When it comes to zombies the judge would not be my first choice. You’re going to want accurate, easy to control, and quiet. Zombies don’t wear body armor, don’t employ stealth, and don’t use group tactics (yes they move in groups but don’t consciously work together). They are going to have to be awful close to use a judge. Not to mention the loud boom will attract every walker for a mile around. You aren’t trying to knock a man off his feet and don’t need to penetrate 16″ of tissue in the chest. Only headshots count, so all you need is anything than can penetrate the skull.

    Honestly, my zombie weapon of choice will be a .22lr or .17hmr. Easy to find ammo, high capacity, easy to hit accurately and relatively quiet. Big bullets are for fighting wars against armored opponents. Zombies amount to a pest, so use a varmint gun. Get you a suppressed buckmark pistol with a good red dot and a machete for a back up.

    Zombie First Responder, NW Region

    • Mark Wynn November 14, 2011, 2:49 pm

      Entertaining, in a tongue in cheek sort of way. Hope gun bloggers have a sense of humor. Would only suggest that .22 long rifle and .17hmr, which are supersonic, are not “quiet.” I wear hearing aids from a boyhood of plinking and squirrel hunting as proof. You’d be better off with a slower bullet and a silencer if you don’t want to alert your … er, ah … ok I’ll say it, Zombies.

      • Noah November 14, 2011, 5:04 pm

        That’s where “relatively quiet” comes in, as in relative to a shotgun blast. My choice of these small rounds has nothing to do will ballistics or power, but availability in a crisis and control for follow up shots. Since during the zombie apocalypse only head shots will count I see no reason to be lugging around heavy artillery and the rounds to go with them.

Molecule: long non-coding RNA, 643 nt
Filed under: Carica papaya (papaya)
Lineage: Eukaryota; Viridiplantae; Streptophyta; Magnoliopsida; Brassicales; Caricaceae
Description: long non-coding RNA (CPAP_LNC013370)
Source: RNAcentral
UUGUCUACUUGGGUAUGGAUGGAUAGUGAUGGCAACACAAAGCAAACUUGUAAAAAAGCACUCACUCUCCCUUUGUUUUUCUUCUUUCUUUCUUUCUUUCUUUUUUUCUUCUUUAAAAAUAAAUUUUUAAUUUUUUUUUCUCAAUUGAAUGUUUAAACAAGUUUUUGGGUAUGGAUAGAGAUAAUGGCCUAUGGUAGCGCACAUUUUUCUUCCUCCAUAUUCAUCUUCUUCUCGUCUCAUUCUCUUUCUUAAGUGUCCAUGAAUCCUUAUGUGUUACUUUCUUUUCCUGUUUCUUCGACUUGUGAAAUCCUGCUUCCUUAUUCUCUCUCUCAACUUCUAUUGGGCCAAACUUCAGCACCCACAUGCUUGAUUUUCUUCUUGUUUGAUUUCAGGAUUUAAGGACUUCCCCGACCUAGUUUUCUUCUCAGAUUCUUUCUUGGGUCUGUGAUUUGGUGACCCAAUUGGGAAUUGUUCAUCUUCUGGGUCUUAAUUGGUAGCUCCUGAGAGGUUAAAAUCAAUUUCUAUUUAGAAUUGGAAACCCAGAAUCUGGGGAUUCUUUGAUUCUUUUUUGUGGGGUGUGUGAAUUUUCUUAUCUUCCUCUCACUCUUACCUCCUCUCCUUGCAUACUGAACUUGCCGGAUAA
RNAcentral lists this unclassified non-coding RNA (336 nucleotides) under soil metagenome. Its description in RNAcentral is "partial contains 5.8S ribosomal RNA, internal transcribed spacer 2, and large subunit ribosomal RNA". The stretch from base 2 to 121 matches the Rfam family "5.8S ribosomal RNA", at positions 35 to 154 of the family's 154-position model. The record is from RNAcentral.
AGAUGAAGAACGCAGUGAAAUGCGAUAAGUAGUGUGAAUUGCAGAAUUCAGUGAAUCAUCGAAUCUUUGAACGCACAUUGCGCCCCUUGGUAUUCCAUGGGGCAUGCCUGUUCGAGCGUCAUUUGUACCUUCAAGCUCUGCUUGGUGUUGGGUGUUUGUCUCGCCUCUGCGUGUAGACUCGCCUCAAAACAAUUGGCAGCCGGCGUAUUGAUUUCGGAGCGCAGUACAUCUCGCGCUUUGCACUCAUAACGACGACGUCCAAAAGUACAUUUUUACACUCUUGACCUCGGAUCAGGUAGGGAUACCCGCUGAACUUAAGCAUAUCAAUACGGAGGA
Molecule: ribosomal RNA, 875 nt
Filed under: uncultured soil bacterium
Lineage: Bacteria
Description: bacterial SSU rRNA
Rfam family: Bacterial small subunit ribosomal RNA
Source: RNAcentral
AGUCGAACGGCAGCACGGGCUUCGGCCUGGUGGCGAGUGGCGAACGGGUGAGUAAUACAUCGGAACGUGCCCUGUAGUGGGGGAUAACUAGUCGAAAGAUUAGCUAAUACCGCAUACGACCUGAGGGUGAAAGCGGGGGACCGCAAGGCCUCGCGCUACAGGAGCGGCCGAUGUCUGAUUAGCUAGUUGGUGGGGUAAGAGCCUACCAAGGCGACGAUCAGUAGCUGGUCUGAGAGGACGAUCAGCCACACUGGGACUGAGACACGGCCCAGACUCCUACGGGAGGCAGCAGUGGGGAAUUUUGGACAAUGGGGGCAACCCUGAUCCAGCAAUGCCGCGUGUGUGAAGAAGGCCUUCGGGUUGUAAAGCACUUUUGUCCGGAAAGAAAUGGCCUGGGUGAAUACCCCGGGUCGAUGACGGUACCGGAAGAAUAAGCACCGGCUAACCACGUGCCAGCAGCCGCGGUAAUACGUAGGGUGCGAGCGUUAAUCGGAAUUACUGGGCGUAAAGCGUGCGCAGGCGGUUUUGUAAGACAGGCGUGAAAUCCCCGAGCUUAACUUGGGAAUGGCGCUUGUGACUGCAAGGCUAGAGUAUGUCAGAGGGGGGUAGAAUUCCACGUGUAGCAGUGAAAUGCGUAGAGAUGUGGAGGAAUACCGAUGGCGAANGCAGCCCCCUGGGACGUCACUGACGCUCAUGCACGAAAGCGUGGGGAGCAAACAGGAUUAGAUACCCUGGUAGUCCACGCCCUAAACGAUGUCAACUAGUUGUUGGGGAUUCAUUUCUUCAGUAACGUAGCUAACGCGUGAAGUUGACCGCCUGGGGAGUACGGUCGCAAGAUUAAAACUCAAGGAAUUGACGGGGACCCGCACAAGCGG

• BrokenSailor November 30, 2011, 10:54 pm

        .22LR Sub sonic bullets do not break the sound barrier. They make no more sound than a bb gun. It is not always the gun, or the ammo, but 90% of it is between your ears. Something Zombies don’t have.

        As far as what caliber, I choose .40 S&W for pistol and a .308 for my rifles. .308s make big holes. They go through cars and buildings. I don’t play that kick the door in game. Anything less is useless. As you can see, most zombies need two or three 5.56 M16 rounds to take one down. Not true with an M14.

        • ar-magedon April 21, 2012, 8:25 pm

          why were you saying a 22 sub sonic round would be sufficiant, and then turn around and say a 5.56 “.223”, which is roughly the same diameter as the 22 lr take 2-3 rounds?

    • John McGivaren November 15, 2011, 7:21 am

      Your comments certainly have merit and are appropriate for most, but not all, situations. I’m reminded of one of Lazarus Long’s sayings (from the great classic sci-fi novel, “Time Enough For Love”, by Robert Heinlein): “Get a shot off fast. This upsets him long enough to make your second shot perfect.” At age 70, I’m certainly not as fast as I once was, but my zombie-radar is always up & running while I keep my powder dry……… John

  • J. Steel November 14, 2011, 12:29 pm

    I would be most interested if the 410 shotshell test were expanded to include #00 Buck, #0 Buck, #1 Buck, and #4 Buck. There may be better balistics and spread pattern (say) for having six or seven #1 Buck pelletes instead of three #000 Buck as used in the test. (A 12 gage shotshell holds about twenty seven #4 Buck as opposed to about eight 000 Buck.) I remember years ago when the San Francisco PD developed an “alley load” for the .44 and .40 cal revolver consisting of 1/2 the normal slug followed by three #0 buckshot. I’ll bet there is a better solution than loads of three #000 Buckshot.

  • PJ November 14, 2011, 12:13 pm

    Thanks, my Zombies are pretty standard issue.

    • HillRunner November 14, 2011, 12:49 pm

      I have found most zombies don’t have the same structural integrity as a live human body. So rounds penetrate deeper, and more rounds fly through with little structural damage orstopping power. So this is not the *ideal* weapon for you. But it is better than any single, solid round.